Illustration of Signal Hills enclosed mall in West St. Paul.

History of Signal Hills Shopping Center

Thanks to Cherokee Service and Southview Animal Hospital for their support.

Once upon a time, an enclosed mall found a home in West St. Paul: Signal Hills Shopping Center. It started as a strip of stores and later became an enclosed mall. Signal Hills Shopping Center existed for half a century until competition from the Mall of America and changing economics forced a shift back to a strip mall and standalone K-mart. The strip mall still exists today, but the K-mart and former bank building were torn down for the Hilltop and Legacy Commons apartments.

Despite the changes, Signal Hills mall stood for nearly half a century and is firmly rooted in West St. Paul’s nostalgia.

The Evolution of Signal Hills

Let’s look at how Signal Hills has evolved over the years. Oddly enough, photos of the Signal Hills mall are hard to find, but we’ve scoured our sources and shared as many photos as we could find (have photos of Signal Hills? Let us know).

Here’s a look at aerial imagery showing the evolution of the Signal Hills site between 1957 and 2021:

Aerial views of the Signal Hills site in West St. Paul from 1957, 1964, 2000, and 2021.

Hills and a Lake (Pre-1955)

Initially, Hurley Lake and hills occupied the land, with some romanticized stories that the Dakota used the hills for smoke signals.

Early stories of West St. Paul talk about kids sledding on the hill in the winter.

Undated black and white aerial photo from before Signal Hills was built showing an empty field with hills and a lake.
An undated aerial photo looking east showing the Signal hills site before construction of the mall.

Signal Hills Shopping Center (1955-1999)

Brothers John and Joseph Hurley were early settlers in West St. Paul and claimed a lot of land, including what would become Signal Hills. In the 1950s, John’s grandson Eugene A. Hurley formed a construction company with his brother-in-law Jad Asfeld and future Mayor Robert Callahan and built Signal Hills. They leveled the hills and filled in the lake to create an initial strip of 20 stores that opened on October 26, 1955.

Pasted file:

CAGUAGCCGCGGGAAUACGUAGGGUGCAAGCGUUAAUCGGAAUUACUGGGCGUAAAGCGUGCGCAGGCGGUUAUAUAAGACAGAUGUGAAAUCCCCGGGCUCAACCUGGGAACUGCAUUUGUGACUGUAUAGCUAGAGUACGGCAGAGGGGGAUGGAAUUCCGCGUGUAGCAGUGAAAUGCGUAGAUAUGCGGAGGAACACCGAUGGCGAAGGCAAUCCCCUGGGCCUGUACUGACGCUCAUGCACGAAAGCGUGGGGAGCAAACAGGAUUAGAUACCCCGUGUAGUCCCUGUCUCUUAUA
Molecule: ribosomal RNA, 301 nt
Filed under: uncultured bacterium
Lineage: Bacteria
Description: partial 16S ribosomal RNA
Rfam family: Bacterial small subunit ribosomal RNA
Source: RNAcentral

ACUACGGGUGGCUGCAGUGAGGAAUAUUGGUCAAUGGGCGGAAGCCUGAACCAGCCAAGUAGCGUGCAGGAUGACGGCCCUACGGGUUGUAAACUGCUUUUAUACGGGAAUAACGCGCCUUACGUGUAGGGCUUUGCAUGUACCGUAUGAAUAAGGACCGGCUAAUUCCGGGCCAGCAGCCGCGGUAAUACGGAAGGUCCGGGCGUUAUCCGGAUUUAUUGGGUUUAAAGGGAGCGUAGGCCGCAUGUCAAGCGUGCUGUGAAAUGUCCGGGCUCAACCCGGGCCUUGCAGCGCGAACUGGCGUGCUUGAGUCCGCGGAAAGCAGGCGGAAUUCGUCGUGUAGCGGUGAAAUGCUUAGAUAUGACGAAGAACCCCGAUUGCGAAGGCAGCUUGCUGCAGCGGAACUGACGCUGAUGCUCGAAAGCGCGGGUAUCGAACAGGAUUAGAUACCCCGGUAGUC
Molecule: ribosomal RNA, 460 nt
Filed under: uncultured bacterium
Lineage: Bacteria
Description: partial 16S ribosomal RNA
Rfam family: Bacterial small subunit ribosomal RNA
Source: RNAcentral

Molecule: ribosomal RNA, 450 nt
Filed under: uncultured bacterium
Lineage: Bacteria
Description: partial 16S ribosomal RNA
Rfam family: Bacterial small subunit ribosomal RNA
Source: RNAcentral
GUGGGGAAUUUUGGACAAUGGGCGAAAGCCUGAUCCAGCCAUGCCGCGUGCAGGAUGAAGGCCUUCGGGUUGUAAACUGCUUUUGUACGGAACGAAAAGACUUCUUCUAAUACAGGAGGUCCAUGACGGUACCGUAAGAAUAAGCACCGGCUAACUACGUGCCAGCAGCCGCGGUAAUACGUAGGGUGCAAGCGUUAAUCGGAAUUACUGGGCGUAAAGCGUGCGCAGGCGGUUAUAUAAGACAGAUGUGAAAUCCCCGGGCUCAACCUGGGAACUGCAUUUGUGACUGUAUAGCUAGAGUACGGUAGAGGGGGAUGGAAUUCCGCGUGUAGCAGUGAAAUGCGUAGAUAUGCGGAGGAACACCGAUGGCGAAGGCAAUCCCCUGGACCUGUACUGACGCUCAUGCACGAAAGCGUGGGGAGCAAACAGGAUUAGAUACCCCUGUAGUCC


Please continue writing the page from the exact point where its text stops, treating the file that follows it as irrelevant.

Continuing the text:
During the early 1960s, an addition to the north added a new anchor, the Emporium department store, and enclosed the mall.

1961 black and white photo of Signal Hills mall under construction with framed, two-story building on right, Red Owl grocery store on left, and framed church in construction in the background.
Construction photo from 1961 of the original expansion. River Heights Baptist Church is also under construction in the background (photo courtesy of Dakota County Historical Society).

This questionable ad from the 1960s shows the apocryphal name, but more importantly gives a good overview of what the mall layout looked like:

Illustrated ad showing the layout of Signal Hills Shopping Center with a questionable image of a figure wearing a feather and making smoke signals.
Early 1960s ad featuring Signal Hills.

Later in the 1960s, the separate Signal Bank was built on the northeast corner of the property.

The original Red Owl grocery store was replaced with a movie theater in 1982.

1978 photo of Red Owl grocery store.
1978 photo of Red Owl grocery store (photo courtesy of Dave Lynch).

Here’s an incomplete list of stores that were in Signal Hills Shopping Center at some point in time:

  • JC Penney
  • Emporium; later Herbergers
  • Red Owl Grocery Store; later Signal Hills Movie Theater
  • B. Dalton’s Bookstore
  • United Stores
  • Pets Unlimited
  • Post Office
  • Great American Music Company
  • Woolworth’s
  • Schaak Electronics
  • Foot Locker
  • Chess King
  • County Seat
  • Hickory Hut
  • Pier One
  • Shangri La
  • Walgreen’s
  • Saint Paul Book & Stationary
  • Comic store
  • Barber shop
  • Salon
  • Arcade
  • Hot dog stand
  • Ice cream stand
    (Thanks to Carolyn Swiszcz and her zine.)